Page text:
VA – Life & Death on a New York Dance Floor Part 1 [REAPPEARLP001PT1]

For the last 20 years London-based author and party organiser Tim Lawrence has dedicated himself to excavating the history of New York City party culture and bringing some of the most powerful aspects of that culture to London’s dance scene, from where it has ricocheted around the world. Having conducted the first set of major interviews with David Mancuso, Lawrence started to put on Loft-style Lucky Cloud Sound System parties with David and friends in London in June 2003. In early 2004 he published Love Saves the Day: A History of American Dance Music Culture, 1970-79, which tracked the influence of the Loft on the wider New York DJ, dance and disco scene. In 2009 his biography of the iconic musician Arthur Russell became the first book to map the wider downtown music scene. These beautifully written and politically insightful histories have educated, inspired and celebrated the previously overlooked foundations of contemporary dance music. Lawrence’s most recent publication, Life & Death On The New York Dancefloor, 1980 – 1983, published in late 2016, shines a light on ‘one of the most dynamic and creative periods in the history of New York City’. Falling between the more regularly celebrated sounds of disco, house and techno, the period produced a uniquely hybrid series of sounds that never acquired a settled name. This led them to be largely ignored by historians and even DJs, yet the power of the period’s music and the scenes it birthed, Lawrence argues, remains undeniable. Met with a rapturous response, Life and Death On The New York Dance Floor saw Lawrence on the road for most of the next year as he spread the word about the characters, the records, the clubs and the bands that shaped the post-Disco, post-Punk, and burgeoning Hip Hop landscapes of New York City during the early 1980s—a period when freedom still ruled.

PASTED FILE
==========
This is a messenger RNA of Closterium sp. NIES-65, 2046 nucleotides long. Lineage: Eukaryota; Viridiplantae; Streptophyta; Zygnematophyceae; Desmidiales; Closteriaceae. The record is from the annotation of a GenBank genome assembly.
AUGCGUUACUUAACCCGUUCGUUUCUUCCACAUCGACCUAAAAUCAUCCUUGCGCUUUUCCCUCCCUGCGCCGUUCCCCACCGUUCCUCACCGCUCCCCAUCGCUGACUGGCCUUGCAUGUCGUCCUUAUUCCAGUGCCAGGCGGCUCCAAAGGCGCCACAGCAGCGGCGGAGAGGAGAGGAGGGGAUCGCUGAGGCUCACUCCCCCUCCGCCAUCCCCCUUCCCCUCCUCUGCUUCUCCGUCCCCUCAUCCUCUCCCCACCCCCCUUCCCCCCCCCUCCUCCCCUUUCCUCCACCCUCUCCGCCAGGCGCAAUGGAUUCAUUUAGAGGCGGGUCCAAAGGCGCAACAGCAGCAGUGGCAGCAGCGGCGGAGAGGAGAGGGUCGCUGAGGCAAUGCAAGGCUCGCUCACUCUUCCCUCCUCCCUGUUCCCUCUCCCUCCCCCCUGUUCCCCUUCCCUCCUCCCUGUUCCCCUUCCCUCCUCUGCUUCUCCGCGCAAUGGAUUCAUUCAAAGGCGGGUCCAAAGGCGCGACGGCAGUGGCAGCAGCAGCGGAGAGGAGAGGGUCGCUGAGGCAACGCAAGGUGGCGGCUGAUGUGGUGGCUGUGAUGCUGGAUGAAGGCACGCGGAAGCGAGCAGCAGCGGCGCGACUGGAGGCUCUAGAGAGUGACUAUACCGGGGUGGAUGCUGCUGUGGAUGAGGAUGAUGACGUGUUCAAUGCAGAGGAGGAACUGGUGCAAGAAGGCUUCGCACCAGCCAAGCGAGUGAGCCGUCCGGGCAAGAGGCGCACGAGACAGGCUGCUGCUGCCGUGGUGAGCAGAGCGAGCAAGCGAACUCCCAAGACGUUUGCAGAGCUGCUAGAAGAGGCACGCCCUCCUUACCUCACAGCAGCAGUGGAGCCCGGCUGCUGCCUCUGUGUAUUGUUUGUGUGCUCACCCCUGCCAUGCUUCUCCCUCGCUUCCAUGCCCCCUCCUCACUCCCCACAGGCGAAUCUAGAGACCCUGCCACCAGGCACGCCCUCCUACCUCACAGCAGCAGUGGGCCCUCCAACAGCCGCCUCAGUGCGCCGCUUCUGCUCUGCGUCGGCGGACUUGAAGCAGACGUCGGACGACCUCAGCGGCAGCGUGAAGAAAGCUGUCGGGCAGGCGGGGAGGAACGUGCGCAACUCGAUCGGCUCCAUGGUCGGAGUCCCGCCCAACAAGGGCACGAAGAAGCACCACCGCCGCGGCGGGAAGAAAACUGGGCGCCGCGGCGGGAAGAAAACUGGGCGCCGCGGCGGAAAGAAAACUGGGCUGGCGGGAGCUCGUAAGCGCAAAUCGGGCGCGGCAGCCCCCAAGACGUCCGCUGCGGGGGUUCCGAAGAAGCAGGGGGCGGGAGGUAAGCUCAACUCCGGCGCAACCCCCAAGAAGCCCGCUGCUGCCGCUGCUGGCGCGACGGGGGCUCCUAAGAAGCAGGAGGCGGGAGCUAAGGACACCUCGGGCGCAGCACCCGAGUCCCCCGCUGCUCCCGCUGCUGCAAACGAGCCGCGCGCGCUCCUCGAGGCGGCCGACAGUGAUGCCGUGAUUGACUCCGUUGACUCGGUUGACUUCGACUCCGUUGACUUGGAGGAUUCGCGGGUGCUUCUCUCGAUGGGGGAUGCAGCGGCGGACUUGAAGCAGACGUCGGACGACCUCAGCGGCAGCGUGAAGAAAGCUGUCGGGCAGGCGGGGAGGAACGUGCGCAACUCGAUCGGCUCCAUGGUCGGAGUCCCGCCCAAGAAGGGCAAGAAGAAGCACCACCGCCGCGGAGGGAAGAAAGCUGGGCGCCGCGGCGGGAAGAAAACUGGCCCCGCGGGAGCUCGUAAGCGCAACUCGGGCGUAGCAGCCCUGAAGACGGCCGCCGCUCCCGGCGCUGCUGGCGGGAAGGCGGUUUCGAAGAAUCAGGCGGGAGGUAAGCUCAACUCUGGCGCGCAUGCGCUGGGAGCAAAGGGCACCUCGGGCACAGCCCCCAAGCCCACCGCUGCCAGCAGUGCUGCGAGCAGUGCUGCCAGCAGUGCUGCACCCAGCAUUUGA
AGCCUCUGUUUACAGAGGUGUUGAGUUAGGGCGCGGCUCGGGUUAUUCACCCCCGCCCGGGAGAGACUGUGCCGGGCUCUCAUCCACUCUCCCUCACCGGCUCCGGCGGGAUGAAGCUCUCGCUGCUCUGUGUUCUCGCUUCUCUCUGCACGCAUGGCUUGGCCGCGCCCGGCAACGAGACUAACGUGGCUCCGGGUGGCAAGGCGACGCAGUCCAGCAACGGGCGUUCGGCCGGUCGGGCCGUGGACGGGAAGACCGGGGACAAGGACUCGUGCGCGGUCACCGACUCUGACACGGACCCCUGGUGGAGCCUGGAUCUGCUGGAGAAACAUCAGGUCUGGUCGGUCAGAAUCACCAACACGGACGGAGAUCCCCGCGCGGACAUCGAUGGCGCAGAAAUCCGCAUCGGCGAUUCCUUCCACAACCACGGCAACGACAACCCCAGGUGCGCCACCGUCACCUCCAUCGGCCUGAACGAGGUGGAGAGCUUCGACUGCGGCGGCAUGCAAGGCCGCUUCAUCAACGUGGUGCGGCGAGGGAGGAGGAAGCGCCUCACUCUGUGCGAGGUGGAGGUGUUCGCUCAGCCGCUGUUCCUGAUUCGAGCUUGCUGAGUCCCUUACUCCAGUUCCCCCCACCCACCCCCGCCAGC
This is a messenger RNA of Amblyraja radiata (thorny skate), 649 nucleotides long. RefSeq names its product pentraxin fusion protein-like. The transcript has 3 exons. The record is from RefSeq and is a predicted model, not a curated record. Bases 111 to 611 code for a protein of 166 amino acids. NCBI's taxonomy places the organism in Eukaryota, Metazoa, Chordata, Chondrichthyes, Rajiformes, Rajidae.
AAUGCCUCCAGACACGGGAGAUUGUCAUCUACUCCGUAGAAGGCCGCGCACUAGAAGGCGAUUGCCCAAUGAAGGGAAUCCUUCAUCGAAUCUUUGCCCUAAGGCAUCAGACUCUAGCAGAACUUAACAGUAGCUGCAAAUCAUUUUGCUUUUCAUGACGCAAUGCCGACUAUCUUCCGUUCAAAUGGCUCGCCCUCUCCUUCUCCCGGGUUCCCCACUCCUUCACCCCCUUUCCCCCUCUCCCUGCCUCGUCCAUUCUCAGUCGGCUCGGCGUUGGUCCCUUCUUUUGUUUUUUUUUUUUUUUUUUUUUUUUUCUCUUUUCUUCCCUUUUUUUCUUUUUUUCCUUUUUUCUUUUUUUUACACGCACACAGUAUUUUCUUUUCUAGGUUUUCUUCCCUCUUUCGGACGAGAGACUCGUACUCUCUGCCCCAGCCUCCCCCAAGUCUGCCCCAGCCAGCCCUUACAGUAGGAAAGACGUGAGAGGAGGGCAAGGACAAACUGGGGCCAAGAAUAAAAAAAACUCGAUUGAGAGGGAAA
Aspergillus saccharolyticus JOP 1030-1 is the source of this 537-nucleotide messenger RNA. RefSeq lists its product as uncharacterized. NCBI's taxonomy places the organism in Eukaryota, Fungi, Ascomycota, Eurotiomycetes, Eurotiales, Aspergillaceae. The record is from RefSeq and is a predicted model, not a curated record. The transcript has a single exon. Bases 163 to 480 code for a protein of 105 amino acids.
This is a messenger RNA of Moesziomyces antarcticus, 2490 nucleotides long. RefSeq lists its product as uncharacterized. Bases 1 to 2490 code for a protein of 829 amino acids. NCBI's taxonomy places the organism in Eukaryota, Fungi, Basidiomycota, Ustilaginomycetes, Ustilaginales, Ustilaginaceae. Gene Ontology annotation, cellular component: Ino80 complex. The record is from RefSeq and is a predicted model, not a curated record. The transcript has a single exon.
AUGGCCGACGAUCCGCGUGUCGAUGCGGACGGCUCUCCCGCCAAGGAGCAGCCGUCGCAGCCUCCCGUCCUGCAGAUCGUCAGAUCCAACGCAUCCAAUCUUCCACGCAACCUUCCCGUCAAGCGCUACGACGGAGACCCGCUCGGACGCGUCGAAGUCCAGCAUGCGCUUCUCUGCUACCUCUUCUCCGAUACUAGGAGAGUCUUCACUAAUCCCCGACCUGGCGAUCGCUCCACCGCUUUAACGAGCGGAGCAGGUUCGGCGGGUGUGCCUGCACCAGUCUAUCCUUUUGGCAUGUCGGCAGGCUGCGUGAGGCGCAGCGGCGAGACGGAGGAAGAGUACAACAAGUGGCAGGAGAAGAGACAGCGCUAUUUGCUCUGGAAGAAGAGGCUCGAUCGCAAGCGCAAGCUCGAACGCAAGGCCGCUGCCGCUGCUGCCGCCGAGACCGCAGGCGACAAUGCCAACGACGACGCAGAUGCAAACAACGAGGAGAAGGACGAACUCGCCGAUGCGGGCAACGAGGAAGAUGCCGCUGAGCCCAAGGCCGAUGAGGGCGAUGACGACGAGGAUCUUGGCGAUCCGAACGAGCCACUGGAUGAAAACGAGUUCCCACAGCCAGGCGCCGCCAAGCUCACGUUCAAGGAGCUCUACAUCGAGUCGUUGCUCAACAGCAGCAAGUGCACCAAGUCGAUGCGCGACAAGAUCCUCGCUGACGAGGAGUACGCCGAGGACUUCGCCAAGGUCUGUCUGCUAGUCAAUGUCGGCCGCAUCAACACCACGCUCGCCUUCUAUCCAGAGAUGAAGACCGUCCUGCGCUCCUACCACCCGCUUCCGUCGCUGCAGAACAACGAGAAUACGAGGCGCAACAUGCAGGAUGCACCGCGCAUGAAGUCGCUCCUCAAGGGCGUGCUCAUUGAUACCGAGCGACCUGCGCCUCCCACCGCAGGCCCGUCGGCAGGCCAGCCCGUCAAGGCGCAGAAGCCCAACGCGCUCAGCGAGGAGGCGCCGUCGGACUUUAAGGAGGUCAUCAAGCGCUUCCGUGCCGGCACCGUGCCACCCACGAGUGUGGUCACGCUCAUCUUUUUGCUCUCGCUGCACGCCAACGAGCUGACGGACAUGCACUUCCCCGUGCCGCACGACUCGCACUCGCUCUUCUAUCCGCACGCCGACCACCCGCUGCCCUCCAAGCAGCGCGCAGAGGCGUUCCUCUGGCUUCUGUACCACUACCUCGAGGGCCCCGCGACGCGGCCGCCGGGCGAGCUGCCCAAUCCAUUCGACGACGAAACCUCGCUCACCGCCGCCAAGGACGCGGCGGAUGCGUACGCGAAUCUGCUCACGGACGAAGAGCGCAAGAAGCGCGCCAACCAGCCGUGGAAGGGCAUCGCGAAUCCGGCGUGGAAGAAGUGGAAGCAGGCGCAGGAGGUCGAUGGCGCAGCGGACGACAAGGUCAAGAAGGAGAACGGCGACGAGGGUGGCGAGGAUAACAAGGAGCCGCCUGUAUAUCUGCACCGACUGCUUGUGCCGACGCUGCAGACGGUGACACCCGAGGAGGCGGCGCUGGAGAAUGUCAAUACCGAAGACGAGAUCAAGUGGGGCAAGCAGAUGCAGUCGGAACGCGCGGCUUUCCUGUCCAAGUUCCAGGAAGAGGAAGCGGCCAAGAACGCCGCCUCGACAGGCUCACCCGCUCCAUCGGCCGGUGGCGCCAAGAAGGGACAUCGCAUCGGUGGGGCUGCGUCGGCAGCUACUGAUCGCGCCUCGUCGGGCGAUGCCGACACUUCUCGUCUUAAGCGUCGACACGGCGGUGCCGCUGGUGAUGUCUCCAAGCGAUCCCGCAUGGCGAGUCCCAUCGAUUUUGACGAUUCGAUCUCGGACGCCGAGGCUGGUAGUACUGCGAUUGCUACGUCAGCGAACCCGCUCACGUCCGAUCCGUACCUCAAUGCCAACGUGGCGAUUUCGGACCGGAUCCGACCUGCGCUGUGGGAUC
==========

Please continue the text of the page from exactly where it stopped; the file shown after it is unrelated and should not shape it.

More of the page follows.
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VA – Life & Death on a New York Dance Floor Part 1 [REAPPEARLP001PT1]

Heinrich Mueller – False Vacuum [WEME313.20]

This is the first time any of Heinrich Mueller’s highly sought after remodels/reworks have been compiled together. Many have been previously available only on limited releases and have patiently been awaiting discovery by a wider audience. These 9 specially selected examples embrace all facets of his approach. First up is the ultra smooth and minimal ‘Fadin’ Away’ by The Hacker from 2000, probably one of his most sublime and timeless creations. Then jump forward to 2011 when he serves up an infectious and sparse slice of robot funk for Albert van Abbe’s ‘NCS_0009121010’. By the time of Alek Stark’s ‘Halo 6’ (2014) he’s still got the dance-floor on his mind, but it’s located on an alien or perhaps underwater world in some dimension parallel to our own. In 2009 he works for the first time with fellow Drexciyan traveller DJ Stingray and delivers the hard edged but still quite delicate ‘Drone FX’. Jump to 2005 and he conjures the playfully disjointed ‘P.O.M. (Time Dilation Mix 2)’ for Duplex. In 2000, when he had a close relationship to the label, International DeeJay Gigolo, who were releasing Dopplereffekt and the first fruits of Der Zyklus, they commissioned him to make a series of groundbreaking mixes. On one of which he got to mesh his own futuristic vision with that of Stanley Kubrick on ‘Dave’ by Station Rose. The other closes this collection and is another of his most accessible works, with the best bassline, ‘What Use’ by the legendary ’70s San Francisco band, Tuxedomoon. In 2011 he also produced a darkly atmospheric and relentlessly mechanical interpretation of DJ Stingray’s ‘The Sadist’. In 2003, another of his best production efforts, again aimed off-squarely at yet another form of mutant dance floor, came out of a total revamp of an untitled track by The Advent. Fittingly this was originally included on Recreations, an album where artists were invited to do what Heinrich Mueller does best.